7369    ***        ***                0 17-DEC-80    0                  20
      7499    ***        ***                0 20-FEB-81    0        300       30
      7521    ***        ***                0 22-FEB-81    0        500       30
      7566    ***        ***                0 02-APR-81    0                  20
      7654    ***        ***                0 28-SEP-81    0       1400       30
      7698    ***        ***                0 01-MAY-81    0                  30
      7782    ***        ***                0 09-JUN-81    0                  10
      7788    ***        ***                0 19-APR-87    0                  20
      7839    ***        ***                0 17-NOV-81    0                  10
      7844    ***        ***                0 08-SEP-81    0          0       30
      7876    ***        ***                0 23-MAY-87    0                  20
      7900    ***        ***                0 03-DEC-81    0                  30
      7902    ***        ***                0 03-DEC-81    0                  20
      7934    ***        ***                0 23-JAN-82    0                  10
14 rows selected.

As the connected user is not KING, all the columns of the view are not displayed.

Imposing ROW Level and COLUMN level security:

Version IV – Only the login users details are displayed.

 create or replace view
emp_jp_view      
as      
select    
a.empno,     
case when a.ename in (select sys_context('USERENV','SESSION_USER') from dual) then a.ename   
else '***' end ename,     
case when a.ename in (select sys_context('USERENV','SESSION_USER') from dual) then a.job    
else '***' end job,    
case when a.ename in (select sys_context('USERENV','SESSION_USER') from dual) then a.mgr   
else 0 end mgr,   
a.hiredate, 
case when a.ename in (select sys_context('USERENV','SESSION_USER') from dual) then a.sal   
else 0 end  sal,   
a.comm,   
a.deptno     
from scott.emp a;
View created.
Connect as blake
select * from j2000.emp_jp_view
     EMPNO    ENAME         JOB              MGR       HIREDATE         SAL       COMM       DEPTNO
----------    ----------    ---------     ---------- ---------       ----------  ---------- ----------
      7369     ***          ***               0         17-DEC-80          0                    20
      7499     ***          ***               0         20-FEB-81          0        300         30
      7521     ***          ***               0         22-FEB-81          0        500         30
      7566     ***          ***               0         02-APR-81          0                    20
      7654     ***          ***               0         28-SEP-81          0       1400         30
      7698     BLAKE  MANAGER              7839         01-MAY-81        2850                   30
      7782     ***          ***               0         09-JUN-81          0                    10
      7788     ***          ***               0         19-APR-87          0                    20
      7839     ***          ***               0         17-NOV-81          0                    10
      7844     ***          ***               0         08-SEP-81          0          0         30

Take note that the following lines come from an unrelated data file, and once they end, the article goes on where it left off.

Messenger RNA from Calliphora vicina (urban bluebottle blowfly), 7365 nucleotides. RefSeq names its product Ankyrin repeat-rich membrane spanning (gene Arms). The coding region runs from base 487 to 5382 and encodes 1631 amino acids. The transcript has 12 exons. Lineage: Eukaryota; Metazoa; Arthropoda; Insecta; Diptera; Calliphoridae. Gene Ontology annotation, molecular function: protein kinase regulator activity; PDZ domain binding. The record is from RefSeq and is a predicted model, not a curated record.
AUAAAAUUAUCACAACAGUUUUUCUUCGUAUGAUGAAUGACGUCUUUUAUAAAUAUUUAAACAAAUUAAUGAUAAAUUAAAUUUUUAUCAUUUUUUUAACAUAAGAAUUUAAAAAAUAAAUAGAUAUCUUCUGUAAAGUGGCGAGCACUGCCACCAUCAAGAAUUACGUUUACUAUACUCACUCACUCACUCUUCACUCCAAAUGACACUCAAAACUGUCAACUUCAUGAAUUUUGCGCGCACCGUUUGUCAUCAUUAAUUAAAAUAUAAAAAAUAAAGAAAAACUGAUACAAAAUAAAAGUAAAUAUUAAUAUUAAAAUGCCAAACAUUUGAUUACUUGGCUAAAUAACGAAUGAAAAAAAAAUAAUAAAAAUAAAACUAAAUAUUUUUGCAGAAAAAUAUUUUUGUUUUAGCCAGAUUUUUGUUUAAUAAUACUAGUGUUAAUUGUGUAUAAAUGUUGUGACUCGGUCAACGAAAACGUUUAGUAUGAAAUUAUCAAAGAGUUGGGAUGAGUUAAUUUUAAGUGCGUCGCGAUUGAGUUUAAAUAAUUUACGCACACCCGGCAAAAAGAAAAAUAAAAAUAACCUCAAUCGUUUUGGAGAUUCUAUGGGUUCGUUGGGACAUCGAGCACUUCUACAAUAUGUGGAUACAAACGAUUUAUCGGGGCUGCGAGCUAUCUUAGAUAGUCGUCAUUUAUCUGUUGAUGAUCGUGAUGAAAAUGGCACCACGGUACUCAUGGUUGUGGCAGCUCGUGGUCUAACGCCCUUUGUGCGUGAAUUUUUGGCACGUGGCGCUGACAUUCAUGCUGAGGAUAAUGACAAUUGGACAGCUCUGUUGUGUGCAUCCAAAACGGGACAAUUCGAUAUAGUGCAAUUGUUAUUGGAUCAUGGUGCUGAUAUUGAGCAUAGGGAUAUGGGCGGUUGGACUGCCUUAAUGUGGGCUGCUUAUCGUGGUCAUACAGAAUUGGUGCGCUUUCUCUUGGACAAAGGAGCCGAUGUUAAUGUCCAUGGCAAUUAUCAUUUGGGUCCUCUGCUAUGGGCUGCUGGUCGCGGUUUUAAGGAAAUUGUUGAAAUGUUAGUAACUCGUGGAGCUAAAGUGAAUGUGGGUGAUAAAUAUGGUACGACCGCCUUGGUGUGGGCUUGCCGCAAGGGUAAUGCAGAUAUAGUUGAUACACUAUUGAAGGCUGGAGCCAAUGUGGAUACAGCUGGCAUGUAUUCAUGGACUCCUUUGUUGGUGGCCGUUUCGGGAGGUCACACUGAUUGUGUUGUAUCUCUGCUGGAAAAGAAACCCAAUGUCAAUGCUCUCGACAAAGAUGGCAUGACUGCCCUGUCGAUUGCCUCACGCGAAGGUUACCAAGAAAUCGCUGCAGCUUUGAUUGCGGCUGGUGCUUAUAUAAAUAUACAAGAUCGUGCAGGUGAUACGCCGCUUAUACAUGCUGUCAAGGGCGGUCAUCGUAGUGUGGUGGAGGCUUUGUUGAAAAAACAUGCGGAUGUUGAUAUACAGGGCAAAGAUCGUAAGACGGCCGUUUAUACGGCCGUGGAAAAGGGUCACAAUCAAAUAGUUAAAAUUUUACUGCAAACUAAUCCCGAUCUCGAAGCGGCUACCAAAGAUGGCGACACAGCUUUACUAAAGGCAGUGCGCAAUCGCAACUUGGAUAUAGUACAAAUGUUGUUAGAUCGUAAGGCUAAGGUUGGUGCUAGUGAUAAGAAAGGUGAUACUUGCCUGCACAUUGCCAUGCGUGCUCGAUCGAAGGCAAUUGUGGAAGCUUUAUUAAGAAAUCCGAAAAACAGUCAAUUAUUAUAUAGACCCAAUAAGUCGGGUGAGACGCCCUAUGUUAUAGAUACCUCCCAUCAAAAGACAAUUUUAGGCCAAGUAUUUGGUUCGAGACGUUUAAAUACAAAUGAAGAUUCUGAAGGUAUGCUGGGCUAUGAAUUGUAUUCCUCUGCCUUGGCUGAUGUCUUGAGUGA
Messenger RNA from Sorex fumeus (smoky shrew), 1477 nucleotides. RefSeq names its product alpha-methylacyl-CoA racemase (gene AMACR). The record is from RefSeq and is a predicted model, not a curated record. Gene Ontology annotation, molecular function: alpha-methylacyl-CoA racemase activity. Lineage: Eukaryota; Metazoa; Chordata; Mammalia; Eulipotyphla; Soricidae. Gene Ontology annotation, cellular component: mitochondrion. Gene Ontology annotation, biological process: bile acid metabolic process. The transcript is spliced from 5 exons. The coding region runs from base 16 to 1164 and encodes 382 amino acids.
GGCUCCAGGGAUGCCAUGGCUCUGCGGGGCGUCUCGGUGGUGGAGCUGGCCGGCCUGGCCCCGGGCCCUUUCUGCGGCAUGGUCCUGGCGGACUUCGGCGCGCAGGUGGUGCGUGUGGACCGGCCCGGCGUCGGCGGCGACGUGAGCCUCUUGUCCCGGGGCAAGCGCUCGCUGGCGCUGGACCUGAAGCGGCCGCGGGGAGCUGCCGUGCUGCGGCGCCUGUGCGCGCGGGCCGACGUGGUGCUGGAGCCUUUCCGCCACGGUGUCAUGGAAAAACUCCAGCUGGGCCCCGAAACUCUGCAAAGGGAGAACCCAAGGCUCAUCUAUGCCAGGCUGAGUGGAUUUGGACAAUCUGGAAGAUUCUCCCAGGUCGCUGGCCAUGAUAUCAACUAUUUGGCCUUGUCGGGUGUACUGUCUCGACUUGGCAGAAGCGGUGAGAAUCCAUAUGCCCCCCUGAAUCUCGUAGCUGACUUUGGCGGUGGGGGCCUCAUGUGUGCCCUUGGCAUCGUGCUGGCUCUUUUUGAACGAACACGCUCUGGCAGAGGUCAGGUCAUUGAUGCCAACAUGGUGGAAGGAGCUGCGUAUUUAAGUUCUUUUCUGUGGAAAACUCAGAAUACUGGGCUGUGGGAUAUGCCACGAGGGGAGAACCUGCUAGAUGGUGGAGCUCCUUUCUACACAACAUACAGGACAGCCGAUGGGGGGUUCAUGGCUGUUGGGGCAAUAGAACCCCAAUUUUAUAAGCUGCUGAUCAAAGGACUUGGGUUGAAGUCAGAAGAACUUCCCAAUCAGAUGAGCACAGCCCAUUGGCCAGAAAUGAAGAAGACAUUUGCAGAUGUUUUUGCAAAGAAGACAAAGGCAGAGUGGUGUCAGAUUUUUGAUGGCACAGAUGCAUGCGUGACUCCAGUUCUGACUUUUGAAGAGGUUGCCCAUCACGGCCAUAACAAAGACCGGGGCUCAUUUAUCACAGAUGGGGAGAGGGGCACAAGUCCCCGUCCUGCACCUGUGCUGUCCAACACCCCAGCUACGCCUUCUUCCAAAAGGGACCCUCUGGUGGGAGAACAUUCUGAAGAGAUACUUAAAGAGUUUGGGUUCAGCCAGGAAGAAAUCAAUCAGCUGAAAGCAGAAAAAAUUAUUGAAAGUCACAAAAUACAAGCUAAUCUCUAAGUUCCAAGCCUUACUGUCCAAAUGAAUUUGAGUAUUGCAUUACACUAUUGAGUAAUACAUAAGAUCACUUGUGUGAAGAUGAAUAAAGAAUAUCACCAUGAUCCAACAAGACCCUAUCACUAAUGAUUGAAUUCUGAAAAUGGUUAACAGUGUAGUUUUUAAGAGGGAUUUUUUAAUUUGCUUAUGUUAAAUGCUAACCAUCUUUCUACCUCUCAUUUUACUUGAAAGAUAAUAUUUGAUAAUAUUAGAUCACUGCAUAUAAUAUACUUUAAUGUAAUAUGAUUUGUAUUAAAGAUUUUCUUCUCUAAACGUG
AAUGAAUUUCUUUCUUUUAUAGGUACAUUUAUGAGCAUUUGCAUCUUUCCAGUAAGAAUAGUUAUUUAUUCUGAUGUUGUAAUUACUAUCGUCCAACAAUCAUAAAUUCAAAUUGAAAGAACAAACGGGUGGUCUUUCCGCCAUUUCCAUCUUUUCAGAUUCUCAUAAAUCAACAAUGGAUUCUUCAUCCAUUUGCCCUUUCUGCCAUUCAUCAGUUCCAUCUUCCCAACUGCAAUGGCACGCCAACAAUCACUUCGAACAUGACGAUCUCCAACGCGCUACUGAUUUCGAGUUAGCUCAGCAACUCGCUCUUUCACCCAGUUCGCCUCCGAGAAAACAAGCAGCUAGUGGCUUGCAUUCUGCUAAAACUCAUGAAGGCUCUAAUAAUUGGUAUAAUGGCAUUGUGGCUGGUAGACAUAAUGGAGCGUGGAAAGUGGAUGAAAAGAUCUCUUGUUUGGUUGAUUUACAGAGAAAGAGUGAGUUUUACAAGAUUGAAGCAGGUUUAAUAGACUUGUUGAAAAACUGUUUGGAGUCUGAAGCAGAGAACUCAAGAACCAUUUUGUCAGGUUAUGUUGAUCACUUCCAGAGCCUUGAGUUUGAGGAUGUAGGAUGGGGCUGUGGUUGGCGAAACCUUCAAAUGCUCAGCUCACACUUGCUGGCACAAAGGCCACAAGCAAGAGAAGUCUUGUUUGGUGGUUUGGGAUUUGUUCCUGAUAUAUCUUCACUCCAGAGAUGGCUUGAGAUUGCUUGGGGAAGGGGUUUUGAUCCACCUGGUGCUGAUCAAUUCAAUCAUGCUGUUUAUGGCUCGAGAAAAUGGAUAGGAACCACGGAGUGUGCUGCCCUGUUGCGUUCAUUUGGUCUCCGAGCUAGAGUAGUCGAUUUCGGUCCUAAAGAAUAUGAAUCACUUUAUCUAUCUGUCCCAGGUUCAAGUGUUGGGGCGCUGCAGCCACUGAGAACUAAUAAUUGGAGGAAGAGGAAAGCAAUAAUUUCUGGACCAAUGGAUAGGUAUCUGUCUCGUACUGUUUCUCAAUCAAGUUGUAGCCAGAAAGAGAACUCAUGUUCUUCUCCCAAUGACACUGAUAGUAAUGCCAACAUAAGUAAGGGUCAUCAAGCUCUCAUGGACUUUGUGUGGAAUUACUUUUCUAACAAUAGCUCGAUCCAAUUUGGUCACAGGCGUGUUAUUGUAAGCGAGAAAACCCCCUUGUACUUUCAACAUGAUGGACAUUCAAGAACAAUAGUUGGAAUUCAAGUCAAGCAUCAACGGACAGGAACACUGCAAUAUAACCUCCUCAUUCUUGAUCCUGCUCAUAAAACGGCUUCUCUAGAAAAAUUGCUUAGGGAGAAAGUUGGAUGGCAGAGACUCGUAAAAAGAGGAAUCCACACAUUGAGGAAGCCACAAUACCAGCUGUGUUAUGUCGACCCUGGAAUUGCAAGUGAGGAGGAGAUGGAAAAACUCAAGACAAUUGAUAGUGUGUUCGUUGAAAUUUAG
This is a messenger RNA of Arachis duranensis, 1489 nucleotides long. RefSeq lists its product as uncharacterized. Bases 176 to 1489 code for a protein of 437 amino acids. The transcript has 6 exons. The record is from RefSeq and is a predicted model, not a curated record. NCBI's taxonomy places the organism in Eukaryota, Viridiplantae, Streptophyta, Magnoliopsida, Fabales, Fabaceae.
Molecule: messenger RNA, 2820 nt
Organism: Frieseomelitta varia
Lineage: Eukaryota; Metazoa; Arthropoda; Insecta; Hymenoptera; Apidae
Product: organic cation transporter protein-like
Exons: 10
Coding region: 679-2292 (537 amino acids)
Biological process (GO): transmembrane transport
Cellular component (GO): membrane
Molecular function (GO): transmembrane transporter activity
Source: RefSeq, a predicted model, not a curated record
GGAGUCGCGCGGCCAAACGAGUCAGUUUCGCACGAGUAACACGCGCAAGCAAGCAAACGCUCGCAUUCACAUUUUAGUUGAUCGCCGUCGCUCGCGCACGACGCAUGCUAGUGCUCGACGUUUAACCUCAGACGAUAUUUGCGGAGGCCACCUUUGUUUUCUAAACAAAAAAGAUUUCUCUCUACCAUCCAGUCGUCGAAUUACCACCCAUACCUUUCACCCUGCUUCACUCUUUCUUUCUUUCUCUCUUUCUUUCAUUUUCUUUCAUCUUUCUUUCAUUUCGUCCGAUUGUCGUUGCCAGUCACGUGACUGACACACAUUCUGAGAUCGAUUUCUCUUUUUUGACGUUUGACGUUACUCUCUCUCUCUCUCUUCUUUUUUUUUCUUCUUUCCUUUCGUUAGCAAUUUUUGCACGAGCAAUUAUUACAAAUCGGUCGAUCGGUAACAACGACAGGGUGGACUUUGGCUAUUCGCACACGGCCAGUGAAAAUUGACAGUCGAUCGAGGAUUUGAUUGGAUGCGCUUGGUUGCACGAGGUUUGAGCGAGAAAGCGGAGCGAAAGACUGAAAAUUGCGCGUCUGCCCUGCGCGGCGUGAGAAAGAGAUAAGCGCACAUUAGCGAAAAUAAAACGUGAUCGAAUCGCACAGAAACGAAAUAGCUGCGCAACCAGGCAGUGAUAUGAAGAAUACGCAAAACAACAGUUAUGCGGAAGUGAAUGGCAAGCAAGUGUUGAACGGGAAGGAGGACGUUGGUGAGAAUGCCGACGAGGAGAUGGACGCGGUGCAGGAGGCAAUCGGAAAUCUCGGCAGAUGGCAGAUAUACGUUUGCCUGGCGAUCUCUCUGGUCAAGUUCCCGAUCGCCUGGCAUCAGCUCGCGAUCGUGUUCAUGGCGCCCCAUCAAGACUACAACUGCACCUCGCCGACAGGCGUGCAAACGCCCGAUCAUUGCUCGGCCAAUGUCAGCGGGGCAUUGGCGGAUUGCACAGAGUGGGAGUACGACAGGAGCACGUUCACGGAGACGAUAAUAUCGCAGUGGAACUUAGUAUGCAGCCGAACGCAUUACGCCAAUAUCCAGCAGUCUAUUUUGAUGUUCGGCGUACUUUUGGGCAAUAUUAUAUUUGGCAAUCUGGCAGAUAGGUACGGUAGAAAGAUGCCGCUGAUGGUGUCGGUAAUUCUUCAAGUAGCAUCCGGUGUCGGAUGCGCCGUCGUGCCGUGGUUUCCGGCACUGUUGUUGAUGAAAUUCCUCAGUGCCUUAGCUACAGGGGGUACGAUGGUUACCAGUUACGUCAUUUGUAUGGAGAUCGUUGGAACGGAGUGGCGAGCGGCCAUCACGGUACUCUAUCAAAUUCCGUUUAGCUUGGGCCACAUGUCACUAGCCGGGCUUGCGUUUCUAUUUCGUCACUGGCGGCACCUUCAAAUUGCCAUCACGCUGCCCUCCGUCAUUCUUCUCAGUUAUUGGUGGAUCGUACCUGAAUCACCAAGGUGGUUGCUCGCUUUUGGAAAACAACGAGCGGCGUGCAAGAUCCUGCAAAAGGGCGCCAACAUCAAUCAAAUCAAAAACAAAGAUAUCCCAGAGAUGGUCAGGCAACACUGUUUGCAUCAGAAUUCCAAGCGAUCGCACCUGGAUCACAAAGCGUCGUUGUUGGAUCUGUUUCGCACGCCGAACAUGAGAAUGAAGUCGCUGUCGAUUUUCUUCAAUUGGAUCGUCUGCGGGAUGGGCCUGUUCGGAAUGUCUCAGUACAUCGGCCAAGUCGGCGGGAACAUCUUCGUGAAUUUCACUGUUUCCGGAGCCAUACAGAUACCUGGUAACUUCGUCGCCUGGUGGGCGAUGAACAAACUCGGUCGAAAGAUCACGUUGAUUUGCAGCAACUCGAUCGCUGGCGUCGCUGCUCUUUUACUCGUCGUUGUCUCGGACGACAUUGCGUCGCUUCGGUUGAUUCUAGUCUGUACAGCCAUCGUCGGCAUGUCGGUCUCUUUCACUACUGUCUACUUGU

7876     ***          ***               0         23-MAY-87          0                    20
      7900     ***          ***               0         03-DEC-81          0                    30
      7902     ***          ***               0         03-DEC-81          0                    20
      7934     ***          ***               0         23-JAN-82          0                    10

Version V – Details of the login user and others who work for this user are also displayed

Create or replace view
emp_jp_view 
as
select   
 a.empno,    
case when a.ename in  (select ename from scott.emp  connect by prior empno = mgr Start with ename in 
       (select sys_context('USERENV','SESSION_USER')  username from dual))
       then a.ename     else '***' end ename, 
case when a.ename in (select ename from scott.emp Connect by prior empno = mgr Start with ename in
        (select sys_context('USERENV','SESSION_USER')  username from dual)) 
       then a.job     else '***' end job,   
case when a.ename in (select ename from scott.emp connect by prior empno = mgr Start with ename in
        (select sys_context('USERENV','SESSION_USER')  username from dual))
       then a.mgr    else null end mgr,  
a.hiredate, 
case when a.ename in  (select ename from scott.emp connect by prior empno = mgr Start with ename in 
       (select sys_context('USERENV','SESSION_USER')  username from dual))
       then a.sal     else 0 end sal,   
a.comm,   
a.deptno    
 from scott.emp a;
 
connect as blake
 select * from j2000.emp_jp_view
 
EMPNO ENAME      JOB         MGR         HIREDATE         SAL       COMM     DEPTNO
----- ----    ----------    ---------     ---------- --------- ---------- ---------- 
 7369 ***            ***                  17-DEC-80          0                    20
 7499 ALLEN     SALESMAN    7698          20-FEB-81       1600        300         30
 7521 WARD      SALESMAN    7698          22-FEB-81       1250        500         30
 7566 ***            ***                  02-APR-81          0                    20
 7654 MARTIN    SALESMAN    7698          28-SEP-81       1250       1400         30
 7698 BLAKE      MANAGER    7839          01-MAY-81       2850                    30
 7782 ***            ***                  09-JUN-81          0                    10
 7788 ***            ***                  19-APR-87          0                    20
 7839 ***            ***                  17-NOV-81          0                    10
 7844 TURNER    SALESMAN    7698          08-SEP-81       1500          0         30
 7876 ***            ***                  23-MAY-87          0                    20
 7900 JAMES        CLERK    7698          03-DEC-81        950                    30
 7902 ***            ***                  03-DEC-81          0                    20
 7934 ***            ***                  23-JAN-82          0                    10
14 rows selected.

0202 Granting Truncate privileges on tables in others’ schemas.

Any user with DBA role or DROP ANY TABLE system level privilege can TRUNCATE tables in others’ schemas. Any schema owner can truncate tables in his/ her schema.

In secure production environments, it is not a good practice to grant DBA role / DROP ANY TABLE system level privilege to users, for this purpose.